I realize there is a risk that I will inadvertently omit someone, but there are individuals here from other organizations that I would like for you to meet.  My apologies to any I do not mention. Would you also please stand as I call your name:  NSSHLA representative, Beverly Straub; attendees representing ASHA's Executive Board and ASHA Boards and Committees related to higher education (several of whom are our own member program representatives); Donna Geffner, ASHA past-president; John Bernthal, President-Elect;  Noma Anderson, Vice President for Academic Affairs; Jan Ingham, Vice President for Research and Technology; Lyn Goldberg, VP for Administration and Planning; Alex Johnson, VP for Professional Practices in Speech-Language Pathology; Jay Lubinsky, Chair, Council on Academic Accreditation; Arlene Carney, Chair of the Council on Professional Standards; Michael Flahive, Chair of the Academic Affairs Board; and Jean Blosser, SID 10 Chair.  ASHA National Office personnel include Sharon Moss,  ASHA Director of Research, Resources and Advocacy;  Deborah Busccaco,  Director of Academic Affairs; Vic Gladstone, Associate Director for Audiology; Tess Kirsch, Accreditation Program Manager; and from the American Speech and Hearing Foundation, Nancy Minghetti.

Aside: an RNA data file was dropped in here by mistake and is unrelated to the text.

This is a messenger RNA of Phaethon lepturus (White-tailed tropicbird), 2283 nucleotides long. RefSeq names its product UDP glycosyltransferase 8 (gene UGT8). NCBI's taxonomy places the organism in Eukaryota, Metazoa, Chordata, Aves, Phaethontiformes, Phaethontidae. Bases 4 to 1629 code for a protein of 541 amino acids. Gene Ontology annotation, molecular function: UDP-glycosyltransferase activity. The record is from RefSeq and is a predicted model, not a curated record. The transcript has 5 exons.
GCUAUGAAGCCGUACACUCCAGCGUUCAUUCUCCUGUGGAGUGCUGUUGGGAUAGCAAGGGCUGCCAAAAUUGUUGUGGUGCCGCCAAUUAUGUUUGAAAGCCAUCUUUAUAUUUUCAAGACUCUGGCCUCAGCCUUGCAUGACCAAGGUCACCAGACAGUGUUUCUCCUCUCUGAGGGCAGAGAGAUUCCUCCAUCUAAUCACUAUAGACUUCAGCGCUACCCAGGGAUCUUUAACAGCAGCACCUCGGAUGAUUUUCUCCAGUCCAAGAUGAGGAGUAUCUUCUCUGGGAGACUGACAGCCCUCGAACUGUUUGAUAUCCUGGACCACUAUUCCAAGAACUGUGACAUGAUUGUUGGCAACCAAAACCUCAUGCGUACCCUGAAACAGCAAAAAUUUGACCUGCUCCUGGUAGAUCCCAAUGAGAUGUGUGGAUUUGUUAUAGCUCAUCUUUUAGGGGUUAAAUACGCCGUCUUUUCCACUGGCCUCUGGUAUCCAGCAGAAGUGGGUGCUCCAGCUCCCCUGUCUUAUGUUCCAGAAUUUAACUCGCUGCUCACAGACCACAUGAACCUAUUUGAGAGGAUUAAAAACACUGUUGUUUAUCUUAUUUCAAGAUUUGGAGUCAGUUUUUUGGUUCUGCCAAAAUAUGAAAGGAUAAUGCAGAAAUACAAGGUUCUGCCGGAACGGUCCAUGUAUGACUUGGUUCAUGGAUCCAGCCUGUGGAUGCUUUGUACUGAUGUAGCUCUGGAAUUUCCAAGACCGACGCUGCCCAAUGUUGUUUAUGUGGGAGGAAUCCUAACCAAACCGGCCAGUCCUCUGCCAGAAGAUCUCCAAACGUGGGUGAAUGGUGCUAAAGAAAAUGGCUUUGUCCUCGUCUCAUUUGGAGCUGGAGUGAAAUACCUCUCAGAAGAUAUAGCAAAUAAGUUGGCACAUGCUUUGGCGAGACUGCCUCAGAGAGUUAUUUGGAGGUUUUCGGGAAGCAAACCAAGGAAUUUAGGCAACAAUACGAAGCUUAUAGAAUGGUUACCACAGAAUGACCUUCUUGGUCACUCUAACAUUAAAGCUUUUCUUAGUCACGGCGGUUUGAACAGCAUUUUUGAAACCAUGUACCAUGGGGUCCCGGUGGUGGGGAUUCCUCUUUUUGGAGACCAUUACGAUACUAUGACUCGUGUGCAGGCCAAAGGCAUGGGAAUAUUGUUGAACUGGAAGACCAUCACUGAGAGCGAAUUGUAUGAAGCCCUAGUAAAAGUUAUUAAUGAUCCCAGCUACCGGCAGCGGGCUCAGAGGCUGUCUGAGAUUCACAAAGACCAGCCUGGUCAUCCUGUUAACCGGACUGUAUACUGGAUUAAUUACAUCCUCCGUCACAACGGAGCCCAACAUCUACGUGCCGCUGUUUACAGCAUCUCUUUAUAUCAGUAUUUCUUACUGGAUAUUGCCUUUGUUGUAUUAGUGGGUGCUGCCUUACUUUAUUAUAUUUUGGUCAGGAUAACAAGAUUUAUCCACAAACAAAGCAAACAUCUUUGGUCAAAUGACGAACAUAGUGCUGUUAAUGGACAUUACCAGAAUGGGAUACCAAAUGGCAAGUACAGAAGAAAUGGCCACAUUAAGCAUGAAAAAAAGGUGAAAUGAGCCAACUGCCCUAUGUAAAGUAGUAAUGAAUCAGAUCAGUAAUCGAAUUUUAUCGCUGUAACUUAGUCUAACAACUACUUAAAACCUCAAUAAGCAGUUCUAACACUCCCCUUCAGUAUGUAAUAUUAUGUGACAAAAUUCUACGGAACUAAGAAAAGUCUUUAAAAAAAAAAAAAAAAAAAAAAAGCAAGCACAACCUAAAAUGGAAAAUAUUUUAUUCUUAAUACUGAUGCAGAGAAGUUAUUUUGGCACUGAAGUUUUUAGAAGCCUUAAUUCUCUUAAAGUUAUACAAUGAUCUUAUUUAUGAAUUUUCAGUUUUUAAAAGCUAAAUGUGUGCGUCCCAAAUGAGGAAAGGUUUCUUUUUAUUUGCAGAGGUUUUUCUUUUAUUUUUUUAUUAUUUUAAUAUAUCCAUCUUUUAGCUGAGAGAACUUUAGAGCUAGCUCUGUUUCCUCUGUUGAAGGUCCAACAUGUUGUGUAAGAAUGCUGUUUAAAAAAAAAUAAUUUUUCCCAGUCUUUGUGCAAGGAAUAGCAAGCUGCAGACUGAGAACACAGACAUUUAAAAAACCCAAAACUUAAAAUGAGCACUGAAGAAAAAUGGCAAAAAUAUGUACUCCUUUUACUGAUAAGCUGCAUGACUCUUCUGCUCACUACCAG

And finally by way of introductions, I want to offer a special thanks to our corporate sponsors whose generous support continues to make this meeting the successful event it is.  John Butler, Senior Editor of Lippincott Williams & Wilkins, was the sponsor for the reception last night.  Thank you John for your hospitality. Our morning break will be provided by a long time sponsor, the Psychological Corporation.  The afternoon break will be sponsored by Prentke Romich Company, whose representative here is Teri Madak.  Publication of the Proceedings of the meeting, of which you will each receive a copy, will be supported by Kay Elemetrics Corporation.  Paul Arcell the National Sales Manager for Kay is here; thank-you, Paul.  This evening, Dr. and Mrs. Sadanand Singh of Singular Thomson Learning have  invited all of the Council attendees for dinner at their home in La Jolla.  Those of you who were here for the Council meeting in 1996 know that a special treat and breathtaking view await us.  Sadanand and Angie,  we truly appreciate you.  As many of you are aware, Singular Publishing Group is now part of a much larger company, Singular Thomson Learning of San Diego and New York.  It is significant to note that at dinner tonight and in attendance this morning is almost all of the top management of Delmar, Greg Burnell, President and CEO could not get here because of the snow in Albany.  Please stand and be recognized as you are identified:  Mark Goldstein, Vice President and Chief Financial Officer; Nancy Roberson, Vice President of Publishing; and Bill Brottmiller, Director, Health Care Publishing.  Singular's staff includes Marie Linville, Executive Editor, and Kathryn Little, Marketing Director.